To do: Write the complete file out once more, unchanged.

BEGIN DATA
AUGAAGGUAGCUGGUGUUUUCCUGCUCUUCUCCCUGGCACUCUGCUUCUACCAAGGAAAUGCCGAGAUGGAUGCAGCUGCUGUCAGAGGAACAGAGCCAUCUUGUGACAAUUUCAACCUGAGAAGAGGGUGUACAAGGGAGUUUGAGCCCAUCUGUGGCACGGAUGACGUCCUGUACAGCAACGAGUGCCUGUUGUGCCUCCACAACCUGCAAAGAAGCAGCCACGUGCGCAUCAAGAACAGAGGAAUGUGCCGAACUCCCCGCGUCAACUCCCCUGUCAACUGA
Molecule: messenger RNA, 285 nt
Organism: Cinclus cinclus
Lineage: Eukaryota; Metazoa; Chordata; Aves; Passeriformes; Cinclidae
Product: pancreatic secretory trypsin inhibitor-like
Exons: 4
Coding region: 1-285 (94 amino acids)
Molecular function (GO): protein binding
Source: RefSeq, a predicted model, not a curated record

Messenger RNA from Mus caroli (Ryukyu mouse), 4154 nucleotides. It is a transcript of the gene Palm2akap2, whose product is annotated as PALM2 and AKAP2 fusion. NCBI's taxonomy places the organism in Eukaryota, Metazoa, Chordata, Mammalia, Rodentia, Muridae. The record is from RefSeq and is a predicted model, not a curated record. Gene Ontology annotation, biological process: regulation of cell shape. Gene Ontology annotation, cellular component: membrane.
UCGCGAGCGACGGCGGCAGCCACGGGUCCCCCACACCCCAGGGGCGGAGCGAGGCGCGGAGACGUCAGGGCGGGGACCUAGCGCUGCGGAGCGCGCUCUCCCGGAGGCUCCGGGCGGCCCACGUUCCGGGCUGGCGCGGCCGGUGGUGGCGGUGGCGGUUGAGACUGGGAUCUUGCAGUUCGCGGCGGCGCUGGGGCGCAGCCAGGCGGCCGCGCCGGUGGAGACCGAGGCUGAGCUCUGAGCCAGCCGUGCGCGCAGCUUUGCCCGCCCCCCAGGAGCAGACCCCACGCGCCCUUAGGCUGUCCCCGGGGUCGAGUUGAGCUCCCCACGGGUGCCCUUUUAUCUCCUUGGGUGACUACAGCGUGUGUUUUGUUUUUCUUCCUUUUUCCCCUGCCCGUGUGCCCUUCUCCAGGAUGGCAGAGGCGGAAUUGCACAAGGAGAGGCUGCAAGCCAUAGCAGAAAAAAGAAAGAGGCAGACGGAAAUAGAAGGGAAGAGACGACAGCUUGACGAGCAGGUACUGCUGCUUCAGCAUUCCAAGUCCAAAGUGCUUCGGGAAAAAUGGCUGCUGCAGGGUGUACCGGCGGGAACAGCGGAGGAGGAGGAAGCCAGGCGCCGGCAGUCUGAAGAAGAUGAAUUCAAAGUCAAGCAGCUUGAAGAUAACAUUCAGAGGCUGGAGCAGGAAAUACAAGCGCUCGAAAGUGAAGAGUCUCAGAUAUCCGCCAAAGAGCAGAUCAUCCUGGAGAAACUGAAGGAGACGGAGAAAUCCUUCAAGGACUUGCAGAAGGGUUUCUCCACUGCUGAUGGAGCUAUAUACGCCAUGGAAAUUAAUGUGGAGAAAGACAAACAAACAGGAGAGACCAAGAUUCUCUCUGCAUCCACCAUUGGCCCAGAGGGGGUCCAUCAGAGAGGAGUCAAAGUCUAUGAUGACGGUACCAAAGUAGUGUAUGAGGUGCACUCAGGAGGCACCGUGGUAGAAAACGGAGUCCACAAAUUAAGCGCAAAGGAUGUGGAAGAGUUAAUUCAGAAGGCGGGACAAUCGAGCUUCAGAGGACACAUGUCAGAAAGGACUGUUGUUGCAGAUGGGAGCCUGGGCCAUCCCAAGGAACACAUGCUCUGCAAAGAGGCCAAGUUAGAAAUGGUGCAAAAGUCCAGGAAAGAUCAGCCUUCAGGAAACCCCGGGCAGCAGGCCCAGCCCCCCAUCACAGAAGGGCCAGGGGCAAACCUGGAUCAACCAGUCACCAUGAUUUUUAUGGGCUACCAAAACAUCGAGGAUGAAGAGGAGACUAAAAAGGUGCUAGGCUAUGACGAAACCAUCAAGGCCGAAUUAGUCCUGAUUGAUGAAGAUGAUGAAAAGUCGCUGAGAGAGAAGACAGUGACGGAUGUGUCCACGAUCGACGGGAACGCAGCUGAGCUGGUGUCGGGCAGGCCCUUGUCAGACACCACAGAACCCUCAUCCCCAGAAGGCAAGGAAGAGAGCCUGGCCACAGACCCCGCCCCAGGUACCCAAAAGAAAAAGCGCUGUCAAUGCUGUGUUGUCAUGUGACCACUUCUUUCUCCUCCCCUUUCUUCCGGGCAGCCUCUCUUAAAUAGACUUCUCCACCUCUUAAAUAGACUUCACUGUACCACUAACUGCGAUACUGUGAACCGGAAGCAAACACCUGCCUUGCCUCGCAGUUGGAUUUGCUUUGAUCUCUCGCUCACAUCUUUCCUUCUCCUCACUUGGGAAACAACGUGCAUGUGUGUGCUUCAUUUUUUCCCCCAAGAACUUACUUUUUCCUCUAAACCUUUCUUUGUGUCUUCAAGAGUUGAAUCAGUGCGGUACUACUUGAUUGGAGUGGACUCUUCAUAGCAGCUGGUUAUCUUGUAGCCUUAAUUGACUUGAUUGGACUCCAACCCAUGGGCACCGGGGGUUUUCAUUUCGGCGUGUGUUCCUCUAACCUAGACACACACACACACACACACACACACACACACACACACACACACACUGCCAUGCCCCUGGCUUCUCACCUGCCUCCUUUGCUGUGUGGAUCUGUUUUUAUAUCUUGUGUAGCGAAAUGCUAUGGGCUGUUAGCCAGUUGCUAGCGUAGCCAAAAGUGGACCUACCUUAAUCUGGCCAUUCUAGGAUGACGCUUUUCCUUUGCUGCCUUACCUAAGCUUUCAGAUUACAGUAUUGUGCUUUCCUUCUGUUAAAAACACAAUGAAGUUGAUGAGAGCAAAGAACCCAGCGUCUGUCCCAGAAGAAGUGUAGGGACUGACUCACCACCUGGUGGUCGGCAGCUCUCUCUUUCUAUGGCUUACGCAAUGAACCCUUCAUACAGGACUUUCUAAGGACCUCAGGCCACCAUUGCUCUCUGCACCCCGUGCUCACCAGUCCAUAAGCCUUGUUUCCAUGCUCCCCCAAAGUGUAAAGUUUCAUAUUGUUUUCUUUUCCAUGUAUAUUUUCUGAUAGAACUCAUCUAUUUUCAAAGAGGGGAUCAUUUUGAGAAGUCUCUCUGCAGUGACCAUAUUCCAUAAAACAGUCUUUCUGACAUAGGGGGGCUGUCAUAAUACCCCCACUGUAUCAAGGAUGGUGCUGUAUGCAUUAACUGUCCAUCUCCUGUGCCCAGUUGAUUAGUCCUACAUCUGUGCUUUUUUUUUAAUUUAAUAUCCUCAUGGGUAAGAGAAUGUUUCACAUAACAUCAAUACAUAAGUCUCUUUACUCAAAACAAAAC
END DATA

AUGAAGGUAGCUGGUGUUUUCCUGCUCUUCUCCCUGGCACUCUGCUUCUACCAAGGAAAUGCCGAGAUGGAUGCAGCUGCUGUCAGAGGAACAGAGCCAUCUUGUGACAAUUUCAACCUGAGAAGAGGGUGUACAAGGGAGUUUGAGCCCAUCUGUGGCACGGAUGACGUCCUGUACAGCAACGAGUGCCUGUUGUGCCUCCACAACCUGCAAAGAAGCAGCCACGUGCGCAUCAAGAACAGAGGAAUGUGCCGAACUCCCCGCGUCAACUCCCCUGUCAACUGA
Molecule: messenger RNA, 285 nt
Organism: Cinclus cinclus
Lineage: Eukaryota; Metazoa; Chordata; Aves; Passeriformes; Cinclidae
Product: pancreatic secretory trypsin inhibitor-like
Exons: 4
Coding region: 1-285 (94 amino acids)
Molecular function (GO): protein binding
Source: RefSeq, a predicted model, not a curated record

Messenger RNA from Mus caroli (Ryukyu mouse), 4154 nucleotides. It is a transcript of the gene Palm2akap2, whose product is annotated as PALM2 and AKAP2 fusion. NCBI's taxonomy places the organism in Eukaryota, Metazoa, Chordata, Mammalia, Rodentia, Muridae. The record is from RefSeq and is a predicted model, not a curated record. Gene Ontology annotation, biological process: regulation of cell shape. Gene Ontology annotation, cellular component: membrane.
UCGCGAGCGACGGCGGCAGCCACGGGUCCCCCACACCCCAGGGGCGGAGCGAGGCGCGGAGACGUCAGGGCGGGGACCUAGCGCUGCGGAGCGCGCUCUCCCGGAGGCUCCGGGCGGCCCACGUUCCGGGCUGGCGCGGCCGGUGGUGGCGGUGGCGGUUGAGACUGGGAUCUUGCAGUUCGCGGCGGCGCUGGGGCGCAGCCAGGCGGCCGCGCCGGUGGAGACCGAGGCUGAGCUCUGAGCCAGCCGUGCGCGCAGCUUUGCCCGCCCCCCAGGAGCAGACCCCACGCGCCCUUAGGCUGUCCCCGGGGUCGAGUUGAGCUCCCCACGGGUGCCCUUUUAUCUCCUUGGGUGACUACAGCGUGUGUUUUGUUUUUCUUCCUUUUUCCCCUGCCCGUGUGCCCUUCUCCAGGAUGGCAGAGGCGGAAUUGCACAAGGAGAGGCUGCAAGCCAUAGCAGAAAAAAGAAAGAGGCAGACGGAAAUAGAAGGGAAGAGACGACAGCUUGACGAGCAGGUACUGCUGCUUCAGCAUUCCAAGUCCAAAGUGCUUCGGGAAAAAUGGCUGCUGCAGGGUGUACCGGCGGGAACAGCGGAGGAGGAGGAAGCCAGGCGCCGGCAGUCUGAAGAAGAUGAAUUCAAAGUCAAGCAGCUUGAAGAUAACAUUCAGAGGCUGGAGCAGGAAAUACAAGCGCUCGAAAGUGAAGAGUCUCAGAUAUCCGCCAAAGAGCAGAUCAUCCUGGAGAAACUGAAGGAGACGGAGAAAUCCUUCAAGGACUUGCAGAAGGGUUUCUCCACUGCUGAUGGAGCUAUAUACGCCAUGGAAAUUAAUGUGGAGAAAGACAAACAAACAGGAGAGACCAAGAUUCUCUCUGCAUCCACCAUUGGCCCAGAGGGGGUCCAUCAGAGAGGAGUCAAAGUCUAUGAUGACGGUACCAAAGUAGUGUAUGAGGUGCACUCAGGAGGCACCGUGGUAGAAAACGGAGUCCACAAAUUAAGCGCAAAGGAUGUGGAAGAGUUAAUUCAGAAGGCGGGACAAUCGAGCUUCAGAGGACACAUGUCAGAAAGGACUGUUGUUGCAGAUGGGAGCCUGGGCCAUCCCAAGGAACACAUGCUCUGCAAAGAGGCCAAGUUAGAAAUGGUGCAAAAGUCCAGGAAAGAUCAGCCUUCAGGAAACCCCGGGCAGCAGGCCCAGCCCCCCAUCACAGAAGGGCCAGGGGCAAACCUGGAUCAACCAGUCACCAUGAUUUUUAUGGGCUACCAAAACAUCGAGGAUGAAGAGGAGACUAAAAAGGUGCUAGGCUAUGACGAAACCAUCAAGGCCGAAUUAGUCCUGAUUGAUGAAGAUGAUGAAAAGUCGCUGAGAGAGAAGACAGUGACGGAUGUGUCCACGAUCGACGGGAACGCAGCUGAGCUGGUGUCGGGCAGGCCCUUGUCAGACACCACAGAACCCUCAUCCCCAGAAGGCAAGGAAGAGAGCCUGGCCACAGACCCCGCCCCAGGUACCCAAAAGAAAAAGCGCUGUCAAUGCUGUGUUGUCAUGUGACCACUUCUUUCUCCUCCCCUUUCUUCCGGGCAGCCUCUCUUAAAUAGACUUCUCCACCUCUUAAAUAGACUUCACUGUACCACUAACUGCGAUACUGUGAACCGGAAGCAAACACCUGCCUUGCCUCGCAGUUGGAUUUGCUUUGAUCUCUCGCUCACAUCUUUCCUUCUCCUCACUUGGGAAACAACGUGCAUGUGUGUGCUUCAUUUUUUCCCCCAAGAACUUACUUUUUCCUCUAAACCUUUCUUUGUGUCUUCAAGAGUUGAAUCAGUGCGGUACUACUUGAUUGGAGUGGACUCUUCAUAGCAGCUGGUUAUCUUGUAGCCUUAAUUGACUUGAUUGGACUCCAACCCAUGGGCACCGGGGGUUUUCAUUUCGGCGUGUGUUCCUCUAACCUAGACACACACACACACACACACACACACACACACACACACACACACACUGCCAUGCCCCUGGCUUCUCACCUGCCUCCUUUGCUGUGUGGAUCUGUUUUUAUAUCUUGUGUAGCGAAAUGCUAUGGGCUGUUAGCCAGUUGCUAGCGUAGCCAAAAGUGGACCUACCUUAAUCUGGCCAUUCUAGGAUGACGCUUUUCCUUUGCUGCCUUACCUAAGCUUUCAGAUUACAGUAUUGUGCUUUCCUUCUGUUAAAAACACAAUGAAGUUGAUGAGAGCAAAGAACCCAGCGUCUGUCCCAGAAGAAGUGUAGGGACUGACUCACCACCUGGUGGUCGGCAGCUCUCUCUUUCUAUGGCUUACGCAAUGAACCCUUCAUACAGGACUUUCUAAGGACCUCAGGCCACCAUUGCUCUCUGCACCCCGUGCUCACCAGUCCAUAAGCCUUGUUUCCAUGCUCCCCCAAAGUGUAAAGUUUCAUAUUGUUUUCUUUUCCAUGUAUAUUUUCUGAUAGAACUCAUCUAUUUUCAAAGAGGGGAUCAUUUUGAGAAGUCUCUCUGCAGUGACCAUAUUCCAUAAAACAGUCUUUCUGACAUAGGGGGGCUGUCAUAAUACCCCCACUGUAUCAAGGAUGGUGCUGUAUGCAUUAACUGUCCAUCUCCUGUGCCCAGUUGAUUAGUCCUACAUCUGUGCUUUUUUUUUAAUUUAAUAUCCUCAUGGGUAAGAGAAUGUUUCACAUAACAUCAAUACAUAAGUCUCUUUACUCAAAACAAAAC